From Goshzilla: We are still trying to locate Brian, but we have no word of his location at this time. We received this review from an anonymous P.O. Box which has since been used by a different client.
Update From Goshzilla: For those of you telling me I should call the police. Yeah, sure, and then admit to how we pretty much kidnapped him to begin with.
Update From Goshzilla: Plus, I’m a talking monster! Think they’ll ask first, shoot second?
I have mixed feelings regarding this movie. At the time of its release (October 28, 2008; three days before the hit video game’s release), EA’s marketing department was in full swing informing the entire world of their latest game: Dead Space. There were comic book miniseries, alternate reality games, interactive websites that functioned like adventure games; a tremendous amount of work went into this (I’m sure we’ll see this again with Dead Space 2 on the horizon).
I played Dead Space before [break]indulging in the media frenzy surrounding it. It was a one of a kind horror experience that, while borrowing heavily in terms of gameplay, had a pacing and a feel all its own. One of the more frightening and intriguing aspects of the game was that overall notion that you were really just taking part in a larger struggle; that there was a bigger story going on. That’s where Dead Space: Downfall and other products came in.
There is a word for this film, and it isn’t something so jaded or negative like “crappy” or “lame,” but simply “disappointing.” Released before the game (which was really the star of this whole campaign), this film is most obviously a marketing tool, and while it does manage to go the extra mile of providing a decent narrative and animation, it fails to live up to the main attraction.
The story is one of the biggest problems for anyone like me who played the game first. Downfall hand feeds you every bit of information filling in every gap you may have encountered in the game story. The problem is that while the game’s plot was a “man behind the curtain” for most of the experience, it wasn’t tremendously hard to piece it together. There isn’t a lot of what this film’s teaser trailer called “crucial backstory” that you didn’t already know.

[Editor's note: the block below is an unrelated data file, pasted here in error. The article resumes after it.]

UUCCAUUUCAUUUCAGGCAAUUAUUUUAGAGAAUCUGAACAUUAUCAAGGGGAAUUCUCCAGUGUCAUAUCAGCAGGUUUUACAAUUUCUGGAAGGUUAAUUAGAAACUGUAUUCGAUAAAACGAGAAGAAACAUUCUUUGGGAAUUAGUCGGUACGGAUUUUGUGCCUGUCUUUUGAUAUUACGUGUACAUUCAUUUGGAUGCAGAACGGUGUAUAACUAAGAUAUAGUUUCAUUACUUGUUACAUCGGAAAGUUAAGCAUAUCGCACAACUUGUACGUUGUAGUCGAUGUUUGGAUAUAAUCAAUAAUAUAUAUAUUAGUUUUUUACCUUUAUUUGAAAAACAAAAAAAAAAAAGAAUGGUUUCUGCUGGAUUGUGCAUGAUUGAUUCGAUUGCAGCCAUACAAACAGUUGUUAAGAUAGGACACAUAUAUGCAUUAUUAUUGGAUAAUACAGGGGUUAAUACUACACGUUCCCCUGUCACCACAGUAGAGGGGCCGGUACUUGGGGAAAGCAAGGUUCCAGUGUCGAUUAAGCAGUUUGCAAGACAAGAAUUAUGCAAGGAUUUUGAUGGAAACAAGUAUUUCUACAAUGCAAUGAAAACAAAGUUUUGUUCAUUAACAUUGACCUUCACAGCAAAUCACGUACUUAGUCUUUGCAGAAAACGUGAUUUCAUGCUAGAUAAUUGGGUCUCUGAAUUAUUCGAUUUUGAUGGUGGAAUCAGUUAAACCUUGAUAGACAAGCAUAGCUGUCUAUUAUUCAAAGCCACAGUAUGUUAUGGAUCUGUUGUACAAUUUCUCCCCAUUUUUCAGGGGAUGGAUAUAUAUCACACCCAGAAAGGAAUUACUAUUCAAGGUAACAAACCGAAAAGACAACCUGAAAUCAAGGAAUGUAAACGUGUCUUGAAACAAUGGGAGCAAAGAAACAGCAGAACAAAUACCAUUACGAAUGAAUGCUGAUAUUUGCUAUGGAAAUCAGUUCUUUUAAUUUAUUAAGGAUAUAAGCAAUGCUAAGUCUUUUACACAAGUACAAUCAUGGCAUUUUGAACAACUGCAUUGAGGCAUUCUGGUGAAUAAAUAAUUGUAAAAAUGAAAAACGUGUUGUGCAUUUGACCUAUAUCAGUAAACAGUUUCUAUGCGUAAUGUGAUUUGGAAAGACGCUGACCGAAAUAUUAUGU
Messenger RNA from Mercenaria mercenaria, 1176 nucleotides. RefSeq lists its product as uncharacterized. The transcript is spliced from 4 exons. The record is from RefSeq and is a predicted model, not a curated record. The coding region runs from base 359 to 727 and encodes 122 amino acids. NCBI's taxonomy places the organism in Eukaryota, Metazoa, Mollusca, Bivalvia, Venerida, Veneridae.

The plot at a glance is simple for science fiction. We have Alyssa Vincent, a security officer aboard a deep space mining vessel (the Ishimura) when an artifact called the Marker is recovered and people start going crazy. From there, dead bodies begin to mutate into hideous monsters called “necromorphs” and it becomes one big fight for survival. Over the course of the story, an organic alien encroachment proceeds to choke out the ship claiming it while the bodies of the crew are reanimated into necromorphs.
With expectations already reasonably high in dealing with this film, it doesn’t help that it’s touted as being the one that will “redefine animated horror.” The fact of the matter is that I’ve seen scarier, unintentionally scary cartoons than this. That is not to say that this film was bad or unwatchable. The animation is what you would expect in terms of straight-to-DVD features (no worse, but no better). It just suffers from being nothing more than a thinly veiled list of explanations and less of a story in its own right.